The founding fathers had no authority to bind anybody but themselves.
They didn't bind anyone. Each state was bound by its own ratifying convention deciding to ratify the constitution. As to whether these conventions had the power to bind others than themselves, well, they were chosen for that purpose by their state legislatures, and the state legislators were elected by the people of the state for the purpose of wielding the state's power to create laws and conclude treaties that bind the people of the state. As to whether people of the state who were eligible to vote had the power to bind those who were not, well, it's a tougher question, but centuries of democratic practice provide precedent for the answer being yes.
So the people and institutions that established the constitution had the power to bind others who were alive at the time of the constitution's establishment. What you're really trying to argue is that they had no power to bind anyone who was born subsequently. But again, that argument does not succeed, because, in fact, governments can and do assert power over people who were born after they were established.
And also it states in the Constitution “ No person except a natural born citizen, or a citizen of the United States, at the time of the adoption of this Constitution, shall be eligible to the office of President” The “at the time of the adoption of this Constitution” leads me to believe they did not want anybody become president that was not a citizen at the time it was adopted.
You misconstrue the purpose of this passage. The intention is to prevent foreign influence in the federal government. One way of doing that is to require presidents to be natural born citizens of the US. But in September 1787, when the constitution's text was finalized, the oldest natural born citizens were eleven years old and in no state to lead the federal government. Or maybe they considered people born before 1776 in the territory of the US to be natural born citizens and they just didn't want to exclude Hamilton and others like him (who had been born elsewhere but were established in the US by 1787) from politics. Therefore, they added a second criterion allowing those who were citizens as of the constitution's adoption to serve as president. Only one of these criteria need to be met, which is why the eighth word of the provision is "or."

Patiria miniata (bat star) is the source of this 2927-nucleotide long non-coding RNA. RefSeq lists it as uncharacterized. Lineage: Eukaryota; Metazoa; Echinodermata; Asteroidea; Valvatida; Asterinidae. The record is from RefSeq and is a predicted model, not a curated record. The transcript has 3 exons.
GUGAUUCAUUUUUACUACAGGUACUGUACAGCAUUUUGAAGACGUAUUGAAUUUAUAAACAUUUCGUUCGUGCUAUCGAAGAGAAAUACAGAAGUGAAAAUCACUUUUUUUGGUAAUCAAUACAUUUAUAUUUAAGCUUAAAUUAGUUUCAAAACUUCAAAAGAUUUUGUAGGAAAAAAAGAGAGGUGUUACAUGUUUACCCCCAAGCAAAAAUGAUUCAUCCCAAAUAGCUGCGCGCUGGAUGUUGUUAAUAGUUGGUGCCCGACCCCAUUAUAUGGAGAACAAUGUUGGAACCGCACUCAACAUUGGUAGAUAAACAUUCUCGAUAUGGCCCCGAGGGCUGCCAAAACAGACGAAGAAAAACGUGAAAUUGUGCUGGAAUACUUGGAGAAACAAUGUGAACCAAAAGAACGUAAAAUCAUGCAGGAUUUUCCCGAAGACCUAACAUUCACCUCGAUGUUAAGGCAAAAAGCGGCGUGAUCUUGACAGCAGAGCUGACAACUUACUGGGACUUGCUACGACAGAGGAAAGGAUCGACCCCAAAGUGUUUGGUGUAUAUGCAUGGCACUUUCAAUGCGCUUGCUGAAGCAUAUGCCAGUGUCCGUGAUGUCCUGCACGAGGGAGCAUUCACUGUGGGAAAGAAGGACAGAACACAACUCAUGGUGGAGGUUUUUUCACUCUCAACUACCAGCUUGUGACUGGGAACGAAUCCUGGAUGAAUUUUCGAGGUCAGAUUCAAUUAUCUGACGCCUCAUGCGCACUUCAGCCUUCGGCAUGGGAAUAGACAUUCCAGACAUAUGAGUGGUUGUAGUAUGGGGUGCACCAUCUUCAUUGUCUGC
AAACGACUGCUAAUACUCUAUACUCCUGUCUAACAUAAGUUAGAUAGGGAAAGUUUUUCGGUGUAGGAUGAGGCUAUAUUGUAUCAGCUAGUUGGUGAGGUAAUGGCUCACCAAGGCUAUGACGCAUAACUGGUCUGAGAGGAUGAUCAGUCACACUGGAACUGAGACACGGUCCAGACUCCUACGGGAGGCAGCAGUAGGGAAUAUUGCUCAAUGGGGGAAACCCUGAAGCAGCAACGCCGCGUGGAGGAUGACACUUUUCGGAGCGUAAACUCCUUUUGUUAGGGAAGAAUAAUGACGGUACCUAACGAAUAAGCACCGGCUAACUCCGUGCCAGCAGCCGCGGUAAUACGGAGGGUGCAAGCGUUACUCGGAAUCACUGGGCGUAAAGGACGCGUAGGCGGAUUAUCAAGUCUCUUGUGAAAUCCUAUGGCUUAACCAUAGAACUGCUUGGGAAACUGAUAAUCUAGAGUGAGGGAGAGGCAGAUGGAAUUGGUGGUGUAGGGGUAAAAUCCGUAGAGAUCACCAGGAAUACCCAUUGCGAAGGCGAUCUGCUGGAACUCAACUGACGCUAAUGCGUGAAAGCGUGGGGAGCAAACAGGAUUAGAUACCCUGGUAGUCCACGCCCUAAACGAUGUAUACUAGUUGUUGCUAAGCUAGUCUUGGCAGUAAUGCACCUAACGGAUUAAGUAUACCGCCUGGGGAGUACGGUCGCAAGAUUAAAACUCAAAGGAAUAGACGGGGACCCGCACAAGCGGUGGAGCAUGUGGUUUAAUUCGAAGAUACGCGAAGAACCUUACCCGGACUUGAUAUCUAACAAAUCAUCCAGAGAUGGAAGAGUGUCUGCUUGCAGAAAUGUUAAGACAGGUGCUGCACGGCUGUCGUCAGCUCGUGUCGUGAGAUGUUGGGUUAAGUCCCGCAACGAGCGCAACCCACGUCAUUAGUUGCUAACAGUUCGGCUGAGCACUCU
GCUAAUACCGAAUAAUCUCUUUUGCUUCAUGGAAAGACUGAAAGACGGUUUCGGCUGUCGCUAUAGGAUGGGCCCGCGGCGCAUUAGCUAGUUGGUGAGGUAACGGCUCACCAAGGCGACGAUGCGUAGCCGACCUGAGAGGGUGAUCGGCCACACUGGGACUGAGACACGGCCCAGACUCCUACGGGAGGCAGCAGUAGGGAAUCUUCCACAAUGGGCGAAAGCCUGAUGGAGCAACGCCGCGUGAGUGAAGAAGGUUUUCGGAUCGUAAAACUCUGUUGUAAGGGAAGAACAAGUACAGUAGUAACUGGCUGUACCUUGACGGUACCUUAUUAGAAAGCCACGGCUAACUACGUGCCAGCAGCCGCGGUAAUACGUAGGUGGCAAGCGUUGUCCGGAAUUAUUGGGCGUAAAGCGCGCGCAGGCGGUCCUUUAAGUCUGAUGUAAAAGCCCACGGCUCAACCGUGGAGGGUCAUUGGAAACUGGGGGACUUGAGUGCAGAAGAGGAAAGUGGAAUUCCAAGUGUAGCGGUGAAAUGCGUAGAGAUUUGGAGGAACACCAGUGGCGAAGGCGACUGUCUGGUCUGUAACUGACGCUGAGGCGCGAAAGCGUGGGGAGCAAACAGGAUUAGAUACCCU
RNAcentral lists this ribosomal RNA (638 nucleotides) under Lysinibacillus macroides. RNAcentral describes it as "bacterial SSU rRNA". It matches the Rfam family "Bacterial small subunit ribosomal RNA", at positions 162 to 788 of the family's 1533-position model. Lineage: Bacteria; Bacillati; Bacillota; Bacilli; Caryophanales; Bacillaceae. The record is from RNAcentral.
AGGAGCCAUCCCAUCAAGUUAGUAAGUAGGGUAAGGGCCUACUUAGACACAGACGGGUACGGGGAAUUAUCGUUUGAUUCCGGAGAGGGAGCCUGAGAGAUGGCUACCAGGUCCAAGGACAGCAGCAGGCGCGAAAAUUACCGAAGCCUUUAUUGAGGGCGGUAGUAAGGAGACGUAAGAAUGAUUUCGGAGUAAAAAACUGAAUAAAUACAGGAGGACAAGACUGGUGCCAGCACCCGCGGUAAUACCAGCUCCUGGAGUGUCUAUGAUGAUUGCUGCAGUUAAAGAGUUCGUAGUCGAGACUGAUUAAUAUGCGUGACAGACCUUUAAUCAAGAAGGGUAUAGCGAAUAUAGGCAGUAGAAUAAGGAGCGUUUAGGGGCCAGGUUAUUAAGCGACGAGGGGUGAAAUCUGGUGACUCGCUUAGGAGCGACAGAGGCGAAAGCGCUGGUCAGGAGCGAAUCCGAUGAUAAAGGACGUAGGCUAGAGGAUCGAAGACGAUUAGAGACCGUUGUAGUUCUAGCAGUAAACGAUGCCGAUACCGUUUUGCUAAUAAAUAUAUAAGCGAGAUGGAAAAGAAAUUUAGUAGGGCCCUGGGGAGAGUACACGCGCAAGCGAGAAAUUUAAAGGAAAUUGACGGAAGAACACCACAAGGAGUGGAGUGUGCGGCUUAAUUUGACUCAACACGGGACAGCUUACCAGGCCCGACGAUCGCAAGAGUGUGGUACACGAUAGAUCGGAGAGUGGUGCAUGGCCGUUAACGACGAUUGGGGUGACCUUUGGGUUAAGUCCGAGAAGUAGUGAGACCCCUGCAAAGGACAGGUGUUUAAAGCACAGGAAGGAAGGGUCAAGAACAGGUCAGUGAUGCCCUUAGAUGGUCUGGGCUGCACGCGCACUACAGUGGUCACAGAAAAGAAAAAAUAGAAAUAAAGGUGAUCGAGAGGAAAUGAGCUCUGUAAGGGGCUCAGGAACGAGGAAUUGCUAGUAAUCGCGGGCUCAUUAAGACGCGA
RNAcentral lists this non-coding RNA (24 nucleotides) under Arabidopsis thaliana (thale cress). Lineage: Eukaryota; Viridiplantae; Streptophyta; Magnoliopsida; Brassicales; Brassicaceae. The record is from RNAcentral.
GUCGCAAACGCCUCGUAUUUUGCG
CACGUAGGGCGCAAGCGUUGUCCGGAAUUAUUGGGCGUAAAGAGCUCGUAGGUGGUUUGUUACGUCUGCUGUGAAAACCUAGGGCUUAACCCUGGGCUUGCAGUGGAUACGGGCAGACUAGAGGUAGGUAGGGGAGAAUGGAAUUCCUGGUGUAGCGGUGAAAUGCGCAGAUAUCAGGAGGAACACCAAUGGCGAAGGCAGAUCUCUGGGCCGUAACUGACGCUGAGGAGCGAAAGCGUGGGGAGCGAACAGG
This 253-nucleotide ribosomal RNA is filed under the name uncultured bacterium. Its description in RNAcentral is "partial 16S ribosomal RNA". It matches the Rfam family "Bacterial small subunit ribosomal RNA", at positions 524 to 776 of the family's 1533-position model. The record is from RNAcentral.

To answer some of your questions in comments:
[If they had written] "we built these log cabins to provide safety for us and our [posterity]” would they have had the authority to bind their children to those cabins?
Yes, they can leave the cabins to their children.
The children would have had to live in them even after all their parents have died?
No, they can do whatever they want with them, just as the present people of the United States can amend the US constitution.
If you have no authority to tell another man what types of clothing to wear you can’t delegate authority to government giving them some imaginary right to have all men dress the same.
Nobody is claiming that the US has this authority. But it does have all kinds of authority that does not derive from individual authority. Rather, the people, collectively, have greater authority than any one of them does. That is a philosophical matter, however, not a legal one. Legally speaking, authority lies with the federal and state governments.
What is the constitution anyway...?
It is the document that establishes the government and creates the framework for its operation.
has the Supreme Court ruled it was a contract?
No. It isn't a contract, and individuals inside the US cannot avoid being subject to it (other than by moving abroad and renouncing US citizenship or by campaigning for and obtaining its repeal through the amendment process).
[Is] there a laws of contracts that defined it? As in the Death of the Signatories[?]
Parties to a contract can be individuals or corporations. The constitution is more closely akin to a treaty than to a contract, since it is an agreement between states, requiring ratification by the states' legislatures. But there is one sense in which it is similar to a contract between corporations: it is signed by individuals who represent the state, which is similar to a corporate contract being signed by one or more individuals representing a corporation.
If two people enter into a contract that ends because one of them dies, the significant fact is not that one of the signatories has died, but that one of the parties has died. For example, if Bob has power of attorney to sign a contract on Alice's behalf, Bob's subsequent death does not have an effect on the contract, but Alice's does.
Similarly, if two companies' presidents sign a contract, and one of them dies, or both of them do, the contract between the companies remains valid. Similarly, if two (or more) countries conclude a treaty and they both (or all) ratify it and it goes into effect, it retains its effect even after the people who signed it have died.
The same is true of the US constitution.